Pigs hearts and human bodies: a cultural approach to xenotransplantation

Cook, Peta S., and Osbaldiston, Nick (2010) Pigs hearts and human bodies: a cultural approach to xenotransplantation. M/C Journal, 13 (5).

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Abstract

Animals have a significant presence in human lives, with many human interactions involving animals. This role of animals in social life, however, has largely been ignored and marginalised. In the words of Tovey (197), "to read most sociological texts, one might never know that society is populated by non-human as well as human animals". Human-animal relations are evident in everyday human uses of animals as companions, pets, meat sources, and entertainment. This list is by no means exhaustive, but it does demonstrate how humans create and perpetuate systems of human/animal difference which are, at times, contradictory and ambivalent. There are no consistencies in how humans view and understand animal bodies. These differences matter, as they have serious consequences for how humans view and treat animals. It also has dire consequences for animals. While humans and animals are different species, we still live together, co-evolve, and create shared histories. We are, in the words of Haraway, companion species. This exposes that animals are not just nature, but culture.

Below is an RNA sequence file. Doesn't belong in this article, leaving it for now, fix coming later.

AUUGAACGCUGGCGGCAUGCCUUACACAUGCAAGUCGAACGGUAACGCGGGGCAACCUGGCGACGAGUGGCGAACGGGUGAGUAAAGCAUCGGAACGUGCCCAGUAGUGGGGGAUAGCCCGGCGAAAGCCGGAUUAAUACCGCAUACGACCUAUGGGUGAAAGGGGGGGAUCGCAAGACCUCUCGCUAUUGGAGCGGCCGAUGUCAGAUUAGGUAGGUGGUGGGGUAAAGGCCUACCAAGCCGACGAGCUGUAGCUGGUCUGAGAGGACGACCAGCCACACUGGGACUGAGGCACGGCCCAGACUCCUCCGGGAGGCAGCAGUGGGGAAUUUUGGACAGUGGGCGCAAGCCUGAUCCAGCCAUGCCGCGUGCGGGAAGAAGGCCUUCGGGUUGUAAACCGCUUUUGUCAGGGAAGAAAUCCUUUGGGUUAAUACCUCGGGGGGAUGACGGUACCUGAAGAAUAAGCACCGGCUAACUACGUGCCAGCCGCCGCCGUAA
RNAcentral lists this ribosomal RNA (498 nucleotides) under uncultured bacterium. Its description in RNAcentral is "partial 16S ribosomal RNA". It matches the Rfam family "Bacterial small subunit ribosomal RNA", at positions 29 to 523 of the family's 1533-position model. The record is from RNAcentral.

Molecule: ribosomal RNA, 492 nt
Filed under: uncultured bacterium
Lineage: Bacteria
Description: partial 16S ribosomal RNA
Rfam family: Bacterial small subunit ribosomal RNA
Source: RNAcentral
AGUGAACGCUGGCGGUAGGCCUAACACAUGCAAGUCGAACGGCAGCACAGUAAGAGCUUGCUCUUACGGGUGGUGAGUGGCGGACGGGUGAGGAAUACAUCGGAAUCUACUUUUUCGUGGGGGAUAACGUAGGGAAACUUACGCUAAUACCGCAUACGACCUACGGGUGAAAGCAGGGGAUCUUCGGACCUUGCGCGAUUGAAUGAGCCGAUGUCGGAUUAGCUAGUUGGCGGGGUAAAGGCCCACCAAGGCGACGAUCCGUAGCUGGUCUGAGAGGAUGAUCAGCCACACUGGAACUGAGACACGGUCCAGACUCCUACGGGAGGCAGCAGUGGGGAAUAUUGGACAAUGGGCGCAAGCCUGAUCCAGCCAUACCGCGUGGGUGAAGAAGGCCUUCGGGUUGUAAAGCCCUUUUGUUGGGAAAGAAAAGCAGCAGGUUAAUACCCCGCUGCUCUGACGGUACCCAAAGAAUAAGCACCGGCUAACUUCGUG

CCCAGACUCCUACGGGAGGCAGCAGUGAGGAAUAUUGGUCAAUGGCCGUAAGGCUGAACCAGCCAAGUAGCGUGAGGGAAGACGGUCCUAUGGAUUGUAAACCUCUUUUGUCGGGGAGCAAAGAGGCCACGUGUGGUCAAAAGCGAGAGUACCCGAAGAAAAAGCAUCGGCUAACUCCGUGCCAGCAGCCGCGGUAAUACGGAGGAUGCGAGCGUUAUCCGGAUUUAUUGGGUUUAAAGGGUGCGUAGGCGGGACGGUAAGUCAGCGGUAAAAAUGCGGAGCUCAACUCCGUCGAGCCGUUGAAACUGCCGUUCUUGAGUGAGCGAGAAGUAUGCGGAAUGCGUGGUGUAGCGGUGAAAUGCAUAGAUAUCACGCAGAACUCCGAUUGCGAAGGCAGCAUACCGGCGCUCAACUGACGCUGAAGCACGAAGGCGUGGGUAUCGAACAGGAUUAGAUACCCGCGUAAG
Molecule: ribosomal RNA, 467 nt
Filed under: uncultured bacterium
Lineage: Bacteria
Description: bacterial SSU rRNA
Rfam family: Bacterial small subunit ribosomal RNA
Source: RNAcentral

Item ID: 37439
Item Type: Article (Research - C1)
ISSN: 1441-2616
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This work is licensed under a Creative Commons Attribution - Noncommercial - No Derivatives 3.0 License.

Date Deposited: 10 Sep 2015 04:41
FoR Codes: 16 STUDIES IN HUMAN SOCIETY > 1608 Sociology > 160808 Sociology and Social Studies of Science and Technology @ 100%
SEO Codes: 95 CULTURAL UNDERSTANDING > 9599 Other Cultural Understanding > 959999 Cultural Understanding not elsewhere classified @ 100%
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